The American College of Physicians (ACP) has released a new position paper detailing the ethical obligations of physicians who participate in volunteer medical trips. The position paper, and an accompanying editorial examining the role of the new guidance, were published in the Annals of Internal Medicine.1,2

Matthew DeCamp, MD, PhD, an assistant professor at the Johns Hopkins Berman Institute of Bioethics and the division of general medicine in Baltimore, Maryland, and colleagues, penned the position paper on behalf of the ACP Ethics, Professionalism, and Human Rights Committee. The paper shares 5 position statements highlighting the ethical duties and obligations that are required of all physicians participating in what the committee calls “short-term experiences in global health.”

“The primary goal of a short-term experience in global health is to improve the health and well-being of the individuals and communities where they occur,” said Jack Ende, MD, MACP, president of the ACP, in a press release.3 “This paper mostly addresses practicing physicians, but it also applies to other healthcare professionals and students, and should inform how institutions, organizations, and others structure short-term global health experiences.”

The 5 position statements, framed using the accepted principles of healthcare ethics — beneficence, nonmaleficence, justice, and respect for autonomy — are as follows:1

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Position 1. The primary ethical obligation in short-term global health experiences is to improve the health and well-being of the individuals and communities they visit.

Position 2. The ethical principle of justice requires partnering with local leaders to ensure that potential participant burdens placed on local communities are minimized.

Position 3. The ethical principle of respect for persons, including sensitivity and respect for cultural differences, is essential to short-term global health experiences.

Position 4. Pre-departure preparation is an ethical obligation. It should incorporate preparation for logistical and ethical aspects of short-term global health experiences, including potential ethical challenges and moral duress.

Position 5. Physicians should participate with organizations whose short-term global health experiences are consistent with the ethical and professional standards laid out in these positions.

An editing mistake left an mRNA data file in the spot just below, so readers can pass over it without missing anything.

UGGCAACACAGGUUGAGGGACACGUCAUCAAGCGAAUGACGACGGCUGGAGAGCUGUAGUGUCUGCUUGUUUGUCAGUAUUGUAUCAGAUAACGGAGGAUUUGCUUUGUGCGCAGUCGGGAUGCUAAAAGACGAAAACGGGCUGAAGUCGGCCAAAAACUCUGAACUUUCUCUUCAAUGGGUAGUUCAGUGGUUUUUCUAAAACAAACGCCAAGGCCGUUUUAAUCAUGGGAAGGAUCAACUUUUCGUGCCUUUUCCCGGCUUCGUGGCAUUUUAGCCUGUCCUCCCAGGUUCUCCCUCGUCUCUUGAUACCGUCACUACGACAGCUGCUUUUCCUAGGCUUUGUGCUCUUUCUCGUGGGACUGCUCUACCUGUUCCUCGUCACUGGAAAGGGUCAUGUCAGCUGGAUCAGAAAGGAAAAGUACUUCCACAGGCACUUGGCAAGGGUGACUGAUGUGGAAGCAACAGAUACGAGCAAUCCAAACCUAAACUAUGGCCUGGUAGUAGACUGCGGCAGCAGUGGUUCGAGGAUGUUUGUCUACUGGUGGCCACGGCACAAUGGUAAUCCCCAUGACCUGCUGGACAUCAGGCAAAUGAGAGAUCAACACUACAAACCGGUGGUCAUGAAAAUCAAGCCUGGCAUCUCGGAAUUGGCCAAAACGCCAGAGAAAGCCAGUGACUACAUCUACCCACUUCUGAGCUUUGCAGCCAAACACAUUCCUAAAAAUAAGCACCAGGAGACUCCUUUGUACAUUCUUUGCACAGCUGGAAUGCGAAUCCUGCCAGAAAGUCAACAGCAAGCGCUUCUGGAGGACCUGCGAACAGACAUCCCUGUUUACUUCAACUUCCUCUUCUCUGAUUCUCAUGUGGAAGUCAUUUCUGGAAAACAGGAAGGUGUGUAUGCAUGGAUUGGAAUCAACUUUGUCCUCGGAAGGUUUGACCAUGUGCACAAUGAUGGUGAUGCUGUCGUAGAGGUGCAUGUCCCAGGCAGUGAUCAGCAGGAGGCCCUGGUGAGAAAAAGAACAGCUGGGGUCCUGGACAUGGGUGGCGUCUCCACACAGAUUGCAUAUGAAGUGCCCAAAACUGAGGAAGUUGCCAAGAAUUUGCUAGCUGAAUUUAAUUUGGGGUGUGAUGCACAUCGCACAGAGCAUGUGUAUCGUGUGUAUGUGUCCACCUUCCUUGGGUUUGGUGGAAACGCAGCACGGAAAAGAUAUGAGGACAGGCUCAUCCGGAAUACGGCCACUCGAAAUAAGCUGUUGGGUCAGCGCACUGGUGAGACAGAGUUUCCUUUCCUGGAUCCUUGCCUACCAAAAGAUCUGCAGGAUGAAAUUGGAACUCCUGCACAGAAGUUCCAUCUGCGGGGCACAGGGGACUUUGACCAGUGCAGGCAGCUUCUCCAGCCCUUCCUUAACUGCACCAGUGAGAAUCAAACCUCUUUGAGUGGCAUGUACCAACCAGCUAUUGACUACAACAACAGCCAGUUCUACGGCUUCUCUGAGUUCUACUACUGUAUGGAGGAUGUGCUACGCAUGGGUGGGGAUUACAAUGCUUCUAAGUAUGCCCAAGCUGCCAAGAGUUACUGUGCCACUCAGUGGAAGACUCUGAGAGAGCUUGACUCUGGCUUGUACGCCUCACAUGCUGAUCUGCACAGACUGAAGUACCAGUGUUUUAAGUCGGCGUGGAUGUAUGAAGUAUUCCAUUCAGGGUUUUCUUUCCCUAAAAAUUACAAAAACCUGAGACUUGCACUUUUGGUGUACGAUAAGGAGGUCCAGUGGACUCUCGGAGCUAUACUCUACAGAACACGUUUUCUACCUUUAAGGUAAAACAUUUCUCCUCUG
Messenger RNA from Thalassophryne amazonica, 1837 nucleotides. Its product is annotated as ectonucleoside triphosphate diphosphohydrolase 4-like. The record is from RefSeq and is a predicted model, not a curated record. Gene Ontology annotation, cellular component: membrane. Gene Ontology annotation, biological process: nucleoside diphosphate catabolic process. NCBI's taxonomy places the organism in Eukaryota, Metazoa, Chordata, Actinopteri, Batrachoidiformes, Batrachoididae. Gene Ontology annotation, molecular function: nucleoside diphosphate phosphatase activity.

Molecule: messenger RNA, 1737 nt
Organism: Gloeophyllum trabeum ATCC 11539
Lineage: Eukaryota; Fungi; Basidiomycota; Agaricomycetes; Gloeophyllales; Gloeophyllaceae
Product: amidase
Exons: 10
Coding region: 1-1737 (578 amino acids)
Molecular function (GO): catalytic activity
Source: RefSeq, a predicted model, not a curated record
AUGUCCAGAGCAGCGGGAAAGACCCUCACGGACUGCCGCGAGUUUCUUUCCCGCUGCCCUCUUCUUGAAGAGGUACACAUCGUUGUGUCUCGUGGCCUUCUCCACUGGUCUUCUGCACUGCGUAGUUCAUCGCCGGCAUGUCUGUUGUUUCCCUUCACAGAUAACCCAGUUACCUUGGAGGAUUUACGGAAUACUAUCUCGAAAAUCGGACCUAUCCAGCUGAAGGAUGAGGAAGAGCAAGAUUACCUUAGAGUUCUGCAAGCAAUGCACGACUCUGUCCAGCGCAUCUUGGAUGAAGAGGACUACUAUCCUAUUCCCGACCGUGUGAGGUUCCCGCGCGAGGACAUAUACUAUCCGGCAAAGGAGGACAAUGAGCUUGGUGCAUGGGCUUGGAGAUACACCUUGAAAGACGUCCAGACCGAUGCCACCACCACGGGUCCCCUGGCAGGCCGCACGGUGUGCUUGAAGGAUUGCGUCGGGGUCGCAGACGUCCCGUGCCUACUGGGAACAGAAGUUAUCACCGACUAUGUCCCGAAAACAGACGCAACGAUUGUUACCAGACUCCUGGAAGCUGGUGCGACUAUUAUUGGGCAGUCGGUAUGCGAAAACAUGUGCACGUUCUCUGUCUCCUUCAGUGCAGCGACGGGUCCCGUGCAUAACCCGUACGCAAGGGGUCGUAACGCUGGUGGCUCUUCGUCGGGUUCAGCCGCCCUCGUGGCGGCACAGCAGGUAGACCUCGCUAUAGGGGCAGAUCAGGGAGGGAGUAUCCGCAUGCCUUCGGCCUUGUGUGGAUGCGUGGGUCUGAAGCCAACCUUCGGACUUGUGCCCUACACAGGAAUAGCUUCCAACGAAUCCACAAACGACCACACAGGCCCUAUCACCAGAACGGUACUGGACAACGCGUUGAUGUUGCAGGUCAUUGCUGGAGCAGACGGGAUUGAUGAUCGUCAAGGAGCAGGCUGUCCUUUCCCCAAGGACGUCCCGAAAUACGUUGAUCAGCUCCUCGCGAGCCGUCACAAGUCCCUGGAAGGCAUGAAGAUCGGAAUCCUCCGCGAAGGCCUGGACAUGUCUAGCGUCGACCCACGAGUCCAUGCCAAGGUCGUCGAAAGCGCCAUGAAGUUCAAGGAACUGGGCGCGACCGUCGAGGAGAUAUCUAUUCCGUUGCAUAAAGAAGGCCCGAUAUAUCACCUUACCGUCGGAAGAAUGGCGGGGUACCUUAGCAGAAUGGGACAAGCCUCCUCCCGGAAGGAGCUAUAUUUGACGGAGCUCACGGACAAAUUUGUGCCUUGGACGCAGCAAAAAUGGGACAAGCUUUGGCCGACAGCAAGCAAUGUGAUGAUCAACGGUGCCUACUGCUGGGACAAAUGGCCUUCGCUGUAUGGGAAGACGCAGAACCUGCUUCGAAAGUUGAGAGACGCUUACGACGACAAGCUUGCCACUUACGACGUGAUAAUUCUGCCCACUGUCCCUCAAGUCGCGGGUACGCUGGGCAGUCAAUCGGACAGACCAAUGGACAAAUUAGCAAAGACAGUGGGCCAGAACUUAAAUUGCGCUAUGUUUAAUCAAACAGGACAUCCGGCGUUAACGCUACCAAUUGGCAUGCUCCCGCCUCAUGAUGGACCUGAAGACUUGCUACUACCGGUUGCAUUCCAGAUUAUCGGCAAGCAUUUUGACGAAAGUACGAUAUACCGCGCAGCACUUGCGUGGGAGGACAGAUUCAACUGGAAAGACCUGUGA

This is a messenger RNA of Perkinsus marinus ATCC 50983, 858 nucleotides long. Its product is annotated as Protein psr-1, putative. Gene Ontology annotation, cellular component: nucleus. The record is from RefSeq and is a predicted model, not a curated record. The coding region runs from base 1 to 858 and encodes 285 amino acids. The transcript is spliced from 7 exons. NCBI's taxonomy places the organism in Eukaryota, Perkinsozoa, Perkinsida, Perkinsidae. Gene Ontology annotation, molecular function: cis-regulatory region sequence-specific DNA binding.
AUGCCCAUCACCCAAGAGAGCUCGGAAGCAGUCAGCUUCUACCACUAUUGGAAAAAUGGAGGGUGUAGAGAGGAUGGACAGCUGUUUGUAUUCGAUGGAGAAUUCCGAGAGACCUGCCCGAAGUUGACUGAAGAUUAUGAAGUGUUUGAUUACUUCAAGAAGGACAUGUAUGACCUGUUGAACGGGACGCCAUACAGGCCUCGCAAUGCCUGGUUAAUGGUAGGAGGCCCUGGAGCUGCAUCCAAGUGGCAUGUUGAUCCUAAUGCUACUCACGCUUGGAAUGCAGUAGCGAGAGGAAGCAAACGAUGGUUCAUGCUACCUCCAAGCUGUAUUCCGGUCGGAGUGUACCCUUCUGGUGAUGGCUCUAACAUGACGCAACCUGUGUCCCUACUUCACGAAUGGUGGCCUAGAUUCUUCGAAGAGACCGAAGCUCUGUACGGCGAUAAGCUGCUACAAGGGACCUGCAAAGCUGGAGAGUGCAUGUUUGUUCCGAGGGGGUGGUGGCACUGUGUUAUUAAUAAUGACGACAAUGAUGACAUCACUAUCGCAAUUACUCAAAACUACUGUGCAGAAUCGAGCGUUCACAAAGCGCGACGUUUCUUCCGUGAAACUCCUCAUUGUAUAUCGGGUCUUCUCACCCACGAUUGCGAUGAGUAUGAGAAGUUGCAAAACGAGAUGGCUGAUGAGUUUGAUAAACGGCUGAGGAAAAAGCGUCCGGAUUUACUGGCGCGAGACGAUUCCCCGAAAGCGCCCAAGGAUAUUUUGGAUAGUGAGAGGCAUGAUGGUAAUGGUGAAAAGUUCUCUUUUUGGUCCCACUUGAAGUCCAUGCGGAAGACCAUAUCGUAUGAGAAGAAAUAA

In the accompanying editorial,2 Judith N Wasserheit, MD, MPH, of the University of Washington in Seattle, and colleagues, applaud the authors of the position paper for filling a “major gap in the literature [as well as] raising challenging ethical questions.”

“Throughout the position paper, the authors emphasize the salience of the host country and community perspectives. We wholeheartedly agree that this is foundation[al] for all collaborations,” Dr Wasserheit and colleagues wrote. “The ethical considerations presented offer an excellent framework for approaching short-term clinical experiences.”

Dr Ende concluded his statement3 by emphasizing that short-term global health experiences can help physicians make significant strides towards improving health equity both at home and abroad.

To read the full text of the ACP position paper, please visit the ACP website.

References

  1. DeCamp M, Lehmann LS, Jaeel P, Horwitch C, for the ACP Ethics, Professionalism, and Human Rights Committee. Ethical obligations regarding short-term global health clinical experiences: an American College of Physicians position paper [published online March 26, 2018]. Ann Intern Med. doi:10.7326/M17-3361
  2. Farquhar C, Nduati RW, Wasserheit JN. Ethical obligations in short-term global health clinical experiences: the devil is in the details [published online March 26, 2018]. Ann Intern Med. doi:10.7326/M18-0566
  3. American College of Physicians issues ethical guidance for individuals participating in volunteer medical trips [news release]. Philadelphia, PA: American College of Physicians. Published March 26, 2018. Accessed March 26, 2018.